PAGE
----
Derek Chauvin, the Minneapolis officer who was seen on video kneeling on a gasping black man's neck, killing him, was arrested Friday by state investigators after three days of protest. He has been charged with third-degree murder and manslaughter in the killing of George Floyd, 46.
Peaceful rallies gave way to a third night of arson, looting and vandalism in Minneapolis and other U.S. cities as protesters vented their rage over Floyd's death.
The incident was one of several killings of black people in the United States in recent months that has provoked outrage. Sympathy protests spread to the adjacent city of St. Paul, and protests were also held in Los Angeles and Denver, with hundreds of demonstrators blocking freeway traffic in both cities.
In Louisville, at least seven people were shot as protesters turned out to demand justice for Breonna Taylor, a black woman fatally shot by police in her home in March.
On Friday, President Donald Trump tweeted that looters in Minneapolis would be shot, causing twitter to hide one of his tweets with a "glorifying violence" warning.
The latest spasm of unrest in Minnesota's largest city went largely unchecked, despite Governor Tim Walz ordering the National Guard activated to help restore order following Monday night's fatal arrest of Floyd.
Four city police officers involved in the incident, including the one shown pressing his knee into Floyd's neck as he lay on the ground, moaning, "please, I can't breathe," were fired from their jobs the next day. The three officers who were involved in the case alongside Chauvin are under investigation, and prosecutor Mike Freeman expects to file charges against them as well.
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The Floyd case was reminiscent of the 2014 killing of Eric Garner, an unarmed black man in New York City who died after being put in a banned police chokehold as he, too, was heard to mutter, "I can't breathe."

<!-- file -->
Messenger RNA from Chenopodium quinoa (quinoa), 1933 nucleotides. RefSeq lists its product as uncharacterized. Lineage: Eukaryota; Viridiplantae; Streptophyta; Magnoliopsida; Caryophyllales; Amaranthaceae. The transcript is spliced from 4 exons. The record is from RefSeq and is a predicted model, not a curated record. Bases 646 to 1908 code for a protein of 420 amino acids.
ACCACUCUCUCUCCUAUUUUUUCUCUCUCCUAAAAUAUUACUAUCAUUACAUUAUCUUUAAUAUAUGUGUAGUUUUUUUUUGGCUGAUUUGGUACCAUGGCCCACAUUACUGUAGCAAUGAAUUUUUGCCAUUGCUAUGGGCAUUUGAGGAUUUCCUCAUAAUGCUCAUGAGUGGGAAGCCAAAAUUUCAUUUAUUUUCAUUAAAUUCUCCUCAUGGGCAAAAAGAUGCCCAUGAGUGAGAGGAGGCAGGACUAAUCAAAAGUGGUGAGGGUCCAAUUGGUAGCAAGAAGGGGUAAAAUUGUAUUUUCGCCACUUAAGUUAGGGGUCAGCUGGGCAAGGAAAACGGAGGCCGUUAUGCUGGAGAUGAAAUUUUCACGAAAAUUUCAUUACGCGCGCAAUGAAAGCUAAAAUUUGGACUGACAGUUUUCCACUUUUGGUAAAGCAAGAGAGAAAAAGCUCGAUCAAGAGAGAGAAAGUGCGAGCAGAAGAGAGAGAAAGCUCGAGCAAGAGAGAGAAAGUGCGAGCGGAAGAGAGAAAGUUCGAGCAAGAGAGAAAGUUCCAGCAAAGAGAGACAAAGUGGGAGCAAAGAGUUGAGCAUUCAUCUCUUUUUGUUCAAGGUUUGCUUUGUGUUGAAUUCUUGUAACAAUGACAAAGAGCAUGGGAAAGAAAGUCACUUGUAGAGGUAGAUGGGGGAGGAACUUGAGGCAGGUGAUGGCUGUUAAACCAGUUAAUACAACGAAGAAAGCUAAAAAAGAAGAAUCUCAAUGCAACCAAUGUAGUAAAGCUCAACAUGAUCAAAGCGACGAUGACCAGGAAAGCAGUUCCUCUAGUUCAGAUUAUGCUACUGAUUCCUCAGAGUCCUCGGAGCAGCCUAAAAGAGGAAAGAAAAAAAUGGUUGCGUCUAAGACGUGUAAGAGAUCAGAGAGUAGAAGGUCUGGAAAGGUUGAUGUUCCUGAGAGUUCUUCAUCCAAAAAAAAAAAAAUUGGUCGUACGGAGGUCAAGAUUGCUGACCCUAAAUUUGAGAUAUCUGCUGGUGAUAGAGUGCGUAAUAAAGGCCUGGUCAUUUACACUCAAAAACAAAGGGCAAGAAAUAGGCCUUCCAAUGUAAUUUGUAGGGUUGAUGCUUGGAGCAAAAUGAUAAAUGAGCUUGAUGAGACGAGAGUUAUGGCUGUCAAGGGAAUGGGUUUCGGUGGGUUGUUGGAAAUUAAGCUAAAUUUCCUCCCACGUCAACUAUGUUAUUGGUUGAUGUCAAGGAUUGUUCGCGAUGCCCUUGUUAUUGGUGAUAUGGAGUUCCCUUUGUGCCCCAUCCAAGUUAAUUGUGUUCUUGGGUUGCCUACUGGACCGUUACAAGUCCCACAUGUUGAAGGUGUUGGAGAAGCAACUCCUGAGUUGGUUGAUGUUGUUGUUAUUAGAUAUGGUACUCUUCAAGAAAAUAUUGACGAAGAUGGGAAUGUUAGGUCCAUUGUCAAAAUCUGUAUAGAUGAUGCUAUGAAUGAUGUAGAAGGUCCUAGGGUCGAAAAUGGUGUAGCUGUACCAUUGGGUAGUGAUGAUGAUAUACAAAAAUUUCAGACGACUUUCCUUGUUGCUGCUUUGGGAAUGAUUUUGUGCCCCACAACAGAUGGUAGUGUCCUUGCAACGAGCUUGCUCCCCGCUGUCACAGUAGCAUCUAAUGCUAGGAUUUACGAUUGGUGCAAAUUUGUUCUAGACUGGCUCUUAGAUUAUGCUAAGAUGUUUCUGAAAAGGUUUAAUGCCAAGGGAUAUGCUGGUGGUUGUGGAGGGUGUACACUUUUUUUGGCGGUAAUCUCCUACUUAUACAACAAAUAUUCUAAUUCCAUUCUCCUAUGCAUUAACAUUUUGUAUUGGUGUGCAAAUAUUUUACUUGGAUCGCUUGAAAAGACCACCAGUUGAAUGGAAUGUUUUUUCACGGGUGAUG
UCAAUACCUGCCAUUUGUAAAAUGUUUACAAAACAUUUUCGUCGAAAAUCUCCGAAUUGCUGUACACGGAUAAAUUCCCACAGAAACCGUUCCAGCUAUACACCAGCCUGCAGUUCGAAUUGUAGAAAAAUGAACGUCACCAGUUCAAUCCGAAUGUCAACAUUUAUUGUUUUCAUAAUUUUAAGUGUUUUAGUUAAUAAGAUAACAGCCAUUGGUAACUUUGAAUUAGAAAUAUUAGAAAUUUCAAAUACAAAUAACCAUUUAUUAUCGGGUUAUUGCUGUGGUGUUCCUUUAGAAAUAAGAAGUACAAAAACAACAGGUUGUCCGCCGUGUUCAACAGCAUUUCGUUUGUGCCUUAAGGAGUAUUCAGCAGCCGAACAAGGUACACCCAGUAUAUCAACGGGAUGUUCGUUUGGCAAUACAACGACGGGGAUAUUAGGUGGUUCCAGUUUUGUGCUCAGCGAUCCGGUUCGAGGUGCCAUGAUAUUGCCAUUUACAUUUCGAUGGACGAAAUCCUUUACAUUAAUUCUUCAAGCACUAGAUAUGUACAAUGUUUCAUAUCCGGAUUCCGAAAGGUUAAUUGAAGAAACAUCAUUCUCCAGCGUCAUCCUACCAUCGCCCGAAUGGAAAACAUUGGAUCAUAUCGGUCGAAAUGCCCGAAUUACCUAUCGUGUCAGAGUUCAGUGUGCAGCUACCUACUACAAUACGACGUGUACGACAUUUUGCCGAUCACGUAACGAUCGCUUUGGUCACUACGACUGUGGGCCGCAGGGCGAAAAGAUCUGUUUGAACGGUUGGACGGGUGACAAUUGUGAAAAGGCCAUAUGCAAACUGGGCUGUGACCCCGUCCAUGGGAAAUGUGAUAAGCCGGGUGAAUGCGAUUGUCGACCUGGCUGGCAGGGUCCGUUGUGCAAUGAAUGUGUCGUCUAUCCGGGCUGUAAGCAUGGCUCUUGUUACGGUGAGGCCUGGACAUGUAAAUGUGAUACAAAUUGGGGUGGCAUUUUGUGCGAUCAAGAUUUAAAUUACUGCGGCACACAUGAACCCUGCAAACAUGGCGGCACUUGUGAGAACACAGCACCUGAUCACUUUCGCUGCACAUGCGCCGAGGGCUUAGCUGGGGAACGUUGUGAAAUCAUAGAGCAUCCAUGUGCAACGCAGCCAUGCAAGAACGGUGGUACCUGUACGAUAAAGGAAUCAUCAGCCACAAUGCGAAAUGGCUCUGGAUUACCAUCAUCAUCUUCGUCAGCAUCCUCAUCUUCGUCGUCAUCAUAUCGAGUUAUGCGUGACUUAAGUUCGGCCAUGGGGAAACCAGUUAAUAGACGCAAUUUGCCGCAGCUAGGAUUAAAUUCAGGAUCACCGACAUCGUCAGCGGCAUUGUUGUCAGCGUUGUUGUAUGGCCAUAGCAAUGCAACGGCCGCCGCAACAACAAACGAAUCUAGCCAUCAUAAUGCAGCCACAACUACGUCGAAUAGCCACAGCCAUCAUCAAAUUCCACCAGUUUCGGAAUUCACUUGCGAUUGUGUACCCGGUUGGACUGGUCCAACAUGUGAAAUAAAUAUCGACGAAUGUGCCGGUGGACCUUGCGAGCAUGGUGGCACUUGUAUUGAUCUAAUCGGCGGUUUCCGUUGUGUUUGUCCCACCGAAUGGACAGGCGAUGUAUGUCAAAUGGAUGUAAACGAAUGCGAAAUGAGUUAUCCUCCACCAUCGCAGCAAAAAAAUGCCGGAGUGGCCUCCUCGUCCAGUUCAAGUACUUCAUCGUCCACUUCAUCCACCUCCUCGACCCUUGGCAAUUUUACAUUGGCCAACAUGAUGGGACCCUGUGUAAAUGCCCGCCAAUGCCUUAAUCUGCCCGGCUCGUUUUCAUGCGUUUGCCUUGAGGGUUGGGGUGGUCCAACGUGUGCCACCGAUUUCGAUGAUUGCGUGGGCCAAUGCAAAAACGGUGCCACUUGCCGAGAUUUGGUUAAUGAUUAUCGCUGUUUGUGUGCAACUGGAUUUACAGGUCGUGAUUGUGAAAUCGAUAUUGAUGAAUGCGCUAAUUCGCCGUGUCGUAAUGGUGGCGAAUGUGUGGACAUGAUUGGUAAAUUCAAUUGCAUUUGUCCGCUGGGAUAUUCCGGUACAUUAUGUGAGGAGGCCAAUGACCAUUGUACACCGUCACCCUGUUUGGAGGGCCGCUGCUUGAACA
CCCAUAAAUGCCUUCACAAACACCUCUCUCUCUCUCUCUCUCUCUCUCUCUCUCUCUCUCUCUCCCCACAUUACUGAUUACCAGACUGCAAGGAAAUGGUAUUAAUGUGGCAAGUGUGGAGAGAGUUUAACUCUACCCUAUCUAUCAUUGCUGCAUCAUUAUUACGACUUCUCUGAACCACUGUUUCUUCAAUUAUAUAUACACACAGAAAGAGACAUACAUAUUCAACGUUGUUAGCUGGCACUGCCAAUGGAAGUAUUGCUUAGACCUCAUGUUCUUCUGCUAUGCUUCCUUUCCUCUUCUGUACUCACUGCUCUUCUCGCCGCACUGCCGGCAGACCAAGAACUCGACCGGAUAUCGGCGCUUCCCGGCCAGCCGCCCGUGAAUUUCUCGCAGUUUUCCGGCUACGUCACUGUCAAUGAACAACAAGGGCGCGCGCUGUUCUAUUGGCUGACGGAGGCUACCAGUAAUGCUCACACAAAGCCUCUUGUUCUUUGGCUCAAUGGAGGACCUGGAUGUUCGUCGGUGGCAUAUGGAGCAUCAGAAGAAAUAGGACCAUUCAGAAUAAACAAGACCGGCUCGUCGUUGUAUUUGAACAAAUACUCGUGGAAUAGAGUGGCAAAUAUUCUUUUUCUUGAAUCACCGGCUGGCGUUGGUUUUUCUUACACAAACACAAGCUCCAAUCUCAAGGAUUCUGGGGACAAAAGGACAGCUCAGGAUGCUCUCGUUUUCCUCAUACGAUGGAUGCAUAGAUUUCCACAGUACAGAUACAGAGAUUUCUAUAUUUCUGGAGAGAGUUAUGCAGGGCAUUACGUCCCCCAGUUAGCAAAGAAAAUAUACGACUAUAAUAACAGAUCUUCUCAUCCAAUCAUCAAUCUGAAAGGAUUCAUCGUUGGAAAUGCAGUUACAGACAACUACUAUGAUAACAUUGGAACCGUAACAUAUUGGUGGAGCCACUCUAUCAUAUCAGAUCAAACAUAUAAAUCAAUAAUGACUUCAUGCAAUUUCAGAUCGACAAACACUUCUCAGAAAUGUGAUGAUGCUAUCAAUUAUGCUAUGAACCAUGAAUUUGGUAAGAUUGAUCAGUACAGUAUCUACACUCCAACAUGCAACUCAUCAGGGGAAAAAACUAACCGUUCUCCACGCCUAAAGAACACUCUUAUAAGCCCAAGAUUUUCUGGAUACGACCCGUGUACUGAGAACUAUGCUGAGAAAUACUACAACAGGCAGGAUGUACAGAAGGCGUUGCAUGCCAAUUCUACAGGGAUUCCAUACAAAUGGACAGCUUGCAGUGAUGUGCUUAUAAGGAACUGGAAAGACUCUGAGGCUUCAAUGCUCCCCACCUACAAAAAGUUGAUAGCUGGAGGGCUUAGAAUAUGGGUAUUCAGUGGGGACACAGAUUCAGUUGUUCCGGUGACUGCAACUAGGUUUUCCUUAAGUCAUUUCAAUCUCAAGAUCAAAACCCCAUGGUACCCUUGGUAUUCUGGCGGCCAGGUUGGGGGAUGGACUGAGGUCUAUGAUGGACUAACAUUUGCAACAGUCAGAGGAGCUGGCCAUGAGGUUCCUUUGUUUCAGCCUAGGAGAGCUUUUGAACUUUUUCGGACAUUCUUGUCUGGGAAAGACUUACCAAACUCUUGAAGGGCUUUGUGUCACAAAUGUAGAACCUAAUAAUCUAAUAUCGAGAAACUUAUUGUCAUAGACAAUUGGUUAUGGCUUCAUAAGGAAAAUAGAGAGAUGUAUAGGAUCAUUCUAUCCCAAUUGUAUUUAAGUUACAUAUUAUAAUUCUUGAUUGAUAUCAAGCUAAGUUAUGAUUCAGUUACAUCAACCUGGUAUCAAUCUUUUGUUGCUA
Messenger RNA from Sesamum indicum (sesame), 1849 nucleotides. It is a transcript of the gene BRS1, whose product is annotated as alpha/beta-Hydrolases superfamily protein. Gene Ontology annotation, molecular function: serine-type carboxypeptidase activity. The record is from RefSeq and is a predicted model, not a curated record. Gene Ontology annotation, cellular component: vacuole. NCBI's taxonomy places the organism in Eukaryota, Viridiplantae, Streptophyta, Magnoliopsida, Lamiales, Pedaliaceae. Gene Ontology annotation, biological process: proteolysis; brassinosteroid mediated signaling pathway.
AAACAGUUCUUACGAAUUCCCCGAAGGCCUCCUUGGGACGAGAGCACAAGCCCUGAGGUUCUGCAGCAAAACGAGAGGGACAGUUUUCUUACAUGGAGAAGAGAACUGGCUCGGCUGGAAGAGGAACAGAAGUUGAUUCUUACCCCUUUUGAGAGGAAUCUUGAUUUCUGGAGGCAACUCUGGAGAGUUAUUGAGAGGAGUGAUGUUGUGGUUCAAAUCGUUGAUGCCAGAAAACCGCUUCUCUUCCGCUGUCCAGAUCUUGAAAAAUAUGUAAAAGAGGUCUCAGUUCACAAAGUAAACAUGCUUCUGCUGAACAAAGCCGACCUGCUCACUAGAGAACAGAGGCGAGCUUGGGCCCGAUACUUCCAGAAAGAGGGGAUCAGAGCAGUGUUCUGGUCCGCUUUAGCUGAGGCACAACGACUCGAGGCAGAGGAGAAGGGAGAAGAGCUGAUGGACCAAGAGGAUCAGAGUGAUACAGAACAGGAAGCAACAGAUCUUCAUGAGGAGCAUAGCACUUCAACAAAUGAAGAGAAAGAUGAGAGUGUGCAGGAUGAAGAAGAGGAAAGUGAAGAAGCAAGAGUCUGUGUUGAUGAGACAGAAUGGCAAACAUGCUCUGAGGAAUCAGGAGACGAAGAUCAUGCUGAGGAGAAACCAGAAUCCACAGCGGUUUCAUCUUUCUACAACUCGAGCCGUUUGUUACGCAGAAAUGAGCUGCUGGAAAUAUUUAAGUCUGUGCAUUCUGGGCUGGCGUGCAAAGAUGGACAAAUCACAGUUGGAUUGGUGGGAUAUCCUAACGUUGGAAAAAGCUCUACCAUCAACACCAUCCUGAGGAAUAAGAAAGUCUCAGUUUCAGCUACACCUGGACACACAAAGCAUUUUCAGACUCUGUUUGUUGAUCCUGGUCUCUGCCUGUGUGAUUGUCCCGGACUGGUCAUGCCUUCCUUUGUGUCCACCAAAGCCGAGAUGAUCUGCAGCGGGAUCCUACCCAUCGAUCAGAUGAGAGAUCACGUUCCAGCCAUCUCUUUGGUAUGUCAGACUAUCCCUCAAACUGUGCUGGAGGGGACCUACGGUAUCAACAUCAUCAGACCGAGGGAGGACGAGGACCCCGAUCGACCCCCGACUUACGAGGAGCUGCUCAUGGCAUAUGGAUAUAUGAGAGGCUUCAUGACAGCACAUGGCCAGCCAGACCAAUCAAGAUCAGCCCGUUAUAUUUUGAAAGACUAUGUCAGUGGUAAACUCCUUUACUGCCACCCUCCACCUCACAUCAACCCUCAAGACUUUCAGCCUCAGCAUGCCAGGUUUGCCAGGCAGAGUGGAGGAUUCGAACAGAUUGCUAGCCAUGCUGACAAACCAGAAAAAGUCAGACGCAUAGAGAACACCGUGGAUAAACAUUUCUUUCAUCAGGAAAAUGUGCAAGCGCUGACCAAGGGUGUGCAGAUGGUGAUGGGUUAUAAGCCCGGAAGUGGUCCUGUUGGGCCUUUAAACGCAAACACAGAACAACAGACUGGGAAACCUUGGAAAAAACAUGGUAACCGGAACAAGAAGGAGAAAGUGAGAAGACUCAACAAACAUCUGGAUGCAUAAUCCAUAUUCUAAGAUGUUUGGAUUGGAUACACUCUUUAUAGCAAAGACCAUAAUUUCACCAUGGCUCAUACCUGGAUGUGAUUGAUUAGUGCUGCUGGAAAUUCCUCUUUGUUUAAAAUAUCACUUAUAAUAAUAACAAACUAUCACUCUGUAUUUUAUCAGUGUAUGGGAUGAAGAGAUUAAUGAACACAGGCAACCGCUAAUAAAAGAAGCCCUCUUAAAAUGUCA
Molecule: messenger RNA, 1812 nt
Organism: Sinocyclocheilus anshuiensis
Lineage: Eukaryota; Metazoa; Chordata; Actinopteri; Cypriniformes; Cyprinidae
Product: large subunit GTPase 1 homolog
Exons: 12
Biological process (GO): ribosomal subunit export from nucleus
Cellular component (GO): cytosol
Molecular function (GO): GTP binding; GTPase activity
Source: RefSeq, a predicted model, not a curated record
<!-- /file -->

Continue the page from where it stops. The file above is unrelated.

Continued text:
Garner's dying words became a rallying cry for the Black Lives Matter movement that formed amid a wave of killings of African-Americans by police.
Throughout the day, protesters pressed their demands that the four policemen be arrested and prosecuted.
In contrast with Wednesday night, when rock-throwing demonstrators clashed repeatedly with police in riot gear, law enforcement kept a low profile around the epicenter of the unrest, outside the city's Third Precinct police station.
Protesters massing outside the building briefly retreated under volleys of police tear gas and rubber bullets fired at them from the roof, only to reassemble and eventually attack the building head on, setting fire to the structure as police seemed to withdraw. Protesters were later observed on the roof. Fire officials said 16 buildings were torched on Wednesday night.
Twitter hid a tweet from President Donald Trump on Friday and accused him of breaking its rules by "glorifying violence", after he tweeted that looters at protests in Minneapolis would be shot.
It came just hours after Trump signed an executive order threatening Silicon Valley social media firms with new regulations over free speech.
"...These THUGS are dishonoring the memory of George Floyd, and I won't let that happen. Just spoke to Governor Tim Walz and told him that the Military is with him all the way. Any difficulty and we will assume control but, when the looting starts, the shooting starts. Thank you!" Trump's tweet read.